Dede Allen (AP Photo)
LOS ANGELES (AP) — Dede Allen, the film editor whose pioneering work on movies like "The Hustler" and "Bonnie and Clyde" brought a new approach to shaping the look and sound of American movies, has died. She was 86.
Allen died Saturday at her home in Los Angeles days after suffering a stroke, her son Tom Fleischman told The Los Angeles Times.
With "Bonnie and Clyde" in 1967, Allen became the first film editor to receive sole credit on a movie. She was nominated for Academy Awards for that movie, 1975's "Dog Day Afternoon," ''Reds" in 1981 and "Wonder Boys" in 2000.
Allen was the first American to embrace European methods of editing by beginning sequences with close-ups or jump cuts and using the sound from the next shot while the previous scene was still playing.
Greg S. Faller, professor of film studies at Towson University in Maryland, said "The Hustler" and "Bonnie and Clyde" ''must be considered benchmark films in the history of editing."
Many of her techniques are now standard in modern filmmaking.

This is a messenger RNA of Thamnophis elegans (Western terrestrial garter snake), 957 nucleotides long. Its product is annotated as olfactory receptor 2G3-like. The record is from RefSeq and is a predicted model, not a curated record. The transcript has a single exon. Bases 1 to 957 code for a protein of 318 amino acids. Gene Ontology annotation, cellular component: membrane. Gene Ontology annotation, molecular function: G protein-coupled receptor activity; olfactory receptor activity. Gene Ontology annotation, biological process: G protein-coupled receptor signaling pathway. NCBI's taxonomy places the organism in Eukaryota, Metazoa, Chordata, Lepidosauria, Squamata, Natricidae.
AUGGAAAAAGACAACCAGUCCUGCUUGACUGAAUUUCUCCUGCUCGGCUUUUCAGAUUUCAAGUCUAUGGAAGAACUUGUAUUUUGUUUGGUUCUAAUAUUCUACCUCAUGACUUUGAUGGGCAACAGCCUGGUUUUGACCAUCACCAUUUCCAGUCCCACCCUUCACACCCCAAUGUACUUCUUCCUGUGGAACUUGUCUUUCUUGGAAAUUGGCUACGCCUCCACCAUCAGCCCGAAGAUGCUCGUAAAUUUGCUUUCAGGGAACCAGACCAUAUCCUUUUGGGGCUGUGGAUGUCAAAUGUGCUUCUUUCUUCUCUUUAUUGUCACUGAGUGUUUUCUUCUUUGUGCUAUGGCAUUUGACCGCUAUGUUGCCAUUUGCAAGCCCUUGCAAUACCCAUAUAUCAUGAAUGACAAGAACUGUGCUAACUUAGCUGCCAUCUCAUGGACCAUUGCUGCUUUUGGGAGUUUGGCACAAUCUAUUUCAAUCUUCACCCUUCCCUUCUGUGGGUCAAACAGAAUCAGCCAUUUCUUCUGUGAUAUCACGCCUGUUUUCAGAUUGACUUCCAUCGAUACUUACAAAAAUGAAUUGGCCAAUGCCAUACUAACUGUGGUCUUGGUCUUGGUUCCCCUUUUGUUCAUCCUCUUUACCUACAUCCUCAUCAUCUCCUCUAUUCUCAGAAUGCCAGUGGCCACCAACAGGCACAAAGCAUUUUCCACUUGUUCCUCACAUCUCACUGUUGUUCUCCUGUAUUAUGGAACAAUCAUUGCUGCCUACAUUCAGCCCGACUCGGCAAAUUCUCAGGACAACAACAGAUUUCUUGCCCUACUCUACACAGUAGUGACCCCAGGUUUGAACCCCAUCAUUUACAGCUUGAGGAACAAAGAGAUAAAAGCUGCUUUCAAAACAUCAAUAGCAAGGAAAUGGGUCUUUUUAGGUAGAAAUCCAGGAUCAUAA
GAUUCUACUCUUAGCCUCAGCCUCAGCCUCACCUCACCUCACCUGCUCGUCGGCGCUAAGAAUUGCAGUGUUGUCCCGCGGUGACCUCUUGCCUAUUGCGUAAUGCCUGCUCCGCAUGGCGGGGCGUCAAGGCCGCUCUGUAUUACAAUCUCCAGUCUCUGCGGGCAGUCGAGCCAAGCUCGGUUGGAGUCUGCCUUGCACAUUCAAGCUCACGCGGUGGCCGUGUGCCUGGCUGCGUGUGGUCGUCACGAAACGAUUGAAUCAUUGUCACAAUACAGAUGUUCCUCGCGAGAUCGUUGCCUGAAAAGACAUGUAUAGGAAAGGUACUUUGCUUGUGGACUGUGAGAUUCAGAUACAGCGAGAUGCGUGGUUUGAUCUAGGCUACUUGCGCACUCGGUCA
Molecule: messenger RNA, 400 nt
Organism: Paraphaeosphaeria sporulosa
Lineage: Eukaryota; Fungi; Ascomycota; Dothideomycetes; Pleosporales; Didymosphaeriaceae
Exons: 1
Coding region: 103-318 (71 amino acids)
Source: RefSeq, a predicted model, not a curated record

"It's hard to see the changes she made because most of what she did has been so fully embraced by the industry," Faller said.
In "Dog Day Afternoon," she used a staccato tempo, sometimes called shock cutting.
"She creates this menacing quality by not cutting where you'd expect it — she typically would cut sooner than you might expect," Faller said. "You weren't ready for it."
Allen edited or co-edited 20 major films over four decades. She was most closely identified with directors Arthur Penn, Sidney Lumet and George Roy Hill and actor-directors Paul Newman, Warren Beatty and Robert Redford.
Dorothea Corothers Allen was born in Cincinnati on Dec. 3, 1923. She attended Scripps College in Claremont but left school to take a job as a messenger at Columbia Pictures. She started out working on television commercials before getting her first big break in the late 1950s editing Robert Wise's "Odds Against Tomorrow."
In 1994, Allen received a career achievement award given by American Cinema Editors. In November 2007 she received the Motion Picture Editors Guild's Fellowship and Service Award.
In addition to her son, Tom, she is survived by her husband of 63 years, Stephen E. Fleischman, daughter Ramey Ward, five grandchildren, and two great-grandchildren.
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